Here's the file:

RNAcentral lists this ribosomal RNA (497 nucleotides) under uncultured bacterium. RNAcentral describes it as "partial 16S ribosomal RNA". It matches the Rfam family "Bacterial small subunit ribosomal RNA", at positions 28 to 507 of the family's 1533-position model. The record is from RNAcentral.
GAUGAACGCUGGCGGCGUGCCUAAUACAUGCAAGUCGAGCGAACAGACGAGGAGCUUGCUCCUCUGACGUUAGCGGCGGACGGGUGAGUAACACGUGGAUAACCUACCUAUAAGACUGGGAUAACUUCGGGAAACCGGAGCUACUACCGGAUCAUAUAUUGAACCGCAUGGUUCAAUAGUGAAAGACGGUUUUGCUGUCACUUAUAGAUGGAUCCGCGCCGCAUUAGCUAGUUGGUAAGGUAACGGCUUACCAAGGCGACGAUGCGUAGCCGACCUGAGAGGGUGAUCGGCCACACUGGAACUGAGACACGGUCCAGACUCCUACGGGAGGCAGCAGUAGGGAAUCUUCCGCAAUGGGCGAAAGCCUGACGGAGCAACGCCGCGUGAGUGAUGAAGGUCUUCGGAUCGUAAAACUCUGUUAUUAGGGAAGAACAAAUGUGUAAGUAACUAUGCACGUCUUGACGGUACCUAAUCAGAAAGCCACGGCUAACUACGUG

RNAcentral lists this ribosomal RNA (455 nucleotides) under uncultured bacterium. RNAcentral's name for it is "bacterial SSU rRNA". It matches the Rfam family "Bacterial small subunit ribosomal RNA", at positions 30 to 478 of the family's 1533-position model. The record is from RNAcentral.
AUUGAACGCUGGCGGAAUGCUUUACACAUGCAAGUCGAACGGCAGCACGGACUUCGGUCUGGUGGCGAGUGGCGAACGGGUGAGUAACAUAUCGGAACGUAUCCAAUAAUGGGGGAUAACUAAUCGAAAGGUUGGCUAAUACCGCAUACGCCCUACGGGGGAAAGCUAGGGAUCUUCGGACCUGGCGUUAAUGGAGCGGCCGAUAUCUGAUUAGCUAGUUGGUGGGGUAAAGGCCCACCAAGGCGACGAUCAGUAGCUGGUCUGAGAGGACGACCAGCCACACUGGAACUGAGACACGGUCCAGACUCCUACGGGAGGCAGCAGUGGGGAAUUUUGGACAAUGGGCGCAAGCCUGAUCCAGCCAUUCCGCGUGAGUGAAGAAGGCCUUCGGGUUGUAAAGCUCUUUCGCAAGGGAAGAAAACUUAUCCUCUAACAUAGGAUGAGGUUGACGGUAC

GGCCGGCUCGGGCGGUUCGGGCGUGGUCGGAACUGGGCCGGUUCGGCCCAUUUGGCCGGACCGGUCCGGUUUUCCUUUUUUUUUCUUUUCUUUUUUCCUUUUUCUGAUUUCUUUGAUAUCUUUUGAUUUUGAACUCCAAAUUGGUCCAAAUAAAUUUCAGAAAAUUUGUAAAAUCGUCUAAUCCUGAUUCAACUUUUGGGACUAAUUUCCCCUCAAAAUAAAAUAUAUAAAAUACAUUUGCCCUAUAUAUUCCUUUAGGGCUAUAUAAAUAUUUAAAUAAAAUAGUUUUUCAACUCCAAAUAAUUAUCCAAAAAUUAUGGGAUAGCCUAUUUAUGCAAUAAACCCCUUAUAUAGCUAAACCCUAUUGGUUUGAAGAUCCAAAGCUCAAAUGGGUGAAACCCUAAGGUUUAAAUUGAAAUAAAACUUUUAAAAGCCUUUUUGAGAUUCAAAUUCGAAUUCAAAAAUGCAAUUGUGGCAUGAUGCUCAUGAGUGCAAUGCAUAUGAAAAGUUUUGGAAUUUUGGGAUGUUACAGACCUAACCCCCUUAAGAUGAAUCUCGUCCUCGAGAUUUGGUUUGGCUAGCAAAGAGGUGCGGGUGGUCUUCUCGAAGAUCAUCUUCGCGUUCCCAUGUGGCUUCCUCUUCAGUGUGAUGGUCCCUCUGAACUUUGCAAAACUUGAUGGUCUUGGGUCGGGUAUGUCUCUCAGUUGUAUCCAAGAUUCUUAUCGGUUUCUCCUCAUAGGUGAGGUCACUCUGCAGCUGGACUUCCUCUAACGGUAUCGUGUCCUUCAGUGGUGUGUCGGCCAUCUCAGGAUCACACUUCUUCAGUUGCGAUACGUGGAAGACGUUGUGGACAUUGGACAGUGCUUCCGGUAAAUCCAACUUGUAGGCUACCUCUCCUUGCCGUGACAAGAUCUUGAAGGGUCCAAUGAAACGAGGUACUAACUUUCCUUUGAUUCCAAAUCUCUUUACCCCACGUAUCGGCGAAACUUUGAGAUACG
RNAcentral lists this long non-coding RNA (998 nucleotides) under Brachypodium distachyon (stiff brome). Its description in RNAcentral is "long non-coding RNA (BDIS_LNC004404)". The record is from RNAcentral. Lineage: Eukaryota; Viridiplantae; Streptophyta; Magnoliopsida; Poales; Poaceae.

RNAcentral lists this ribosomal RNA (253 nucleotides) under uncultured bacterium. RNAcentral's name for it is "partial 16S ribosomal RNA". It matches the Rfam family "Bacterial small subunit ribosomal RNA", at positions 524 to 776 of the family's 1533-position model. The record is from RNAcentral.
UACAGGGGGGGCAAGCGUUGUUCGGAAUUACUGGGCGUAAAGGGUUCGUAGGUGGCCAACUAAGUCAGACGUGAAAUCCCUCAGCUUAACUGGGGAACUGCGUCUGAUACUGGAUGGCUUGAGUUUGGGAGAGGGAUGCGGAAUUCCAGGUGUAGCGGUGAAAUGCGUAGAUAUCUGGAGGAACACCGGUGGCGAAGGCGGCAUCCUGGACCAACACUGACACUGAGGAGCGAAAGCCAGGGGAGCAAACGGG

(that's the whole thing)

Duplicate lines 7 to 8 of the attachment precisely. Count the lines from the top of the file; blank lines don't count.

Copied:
RNAcentral lists this ribosomal RNA (253 nucleotides) under uncultured bacterium. RNAcentral's name for it is "partial 16S ribosomal RNA". It matches the Rfam family "Bacterial small subunit ribosomal RNA", at positions 524 to 776 of the family's 1533-position model. The record is from RNAcentral.
UACAGGGGGGGCAAGCGUUGUUCGGAAUUACUGGGCGUAAAGGGUUCGUAGGUGGCCAACUAAGUCAGACGUGAAAUCCCUCAGCUUAACUGGGGAACUGCGUCUGAUACUGGAUGGCUUGAGUUUGGGAGAGGGAUGCGGAAUUCCAGGUGUAGCGGUGAAAUGCGUAGAUAUCUGGAGGAACACCGGUGGCGAAGGCGGCAUCCUGGACCAACACUGACACUGAGGAGCGAAAGCCAGGGGAGCAAACGGG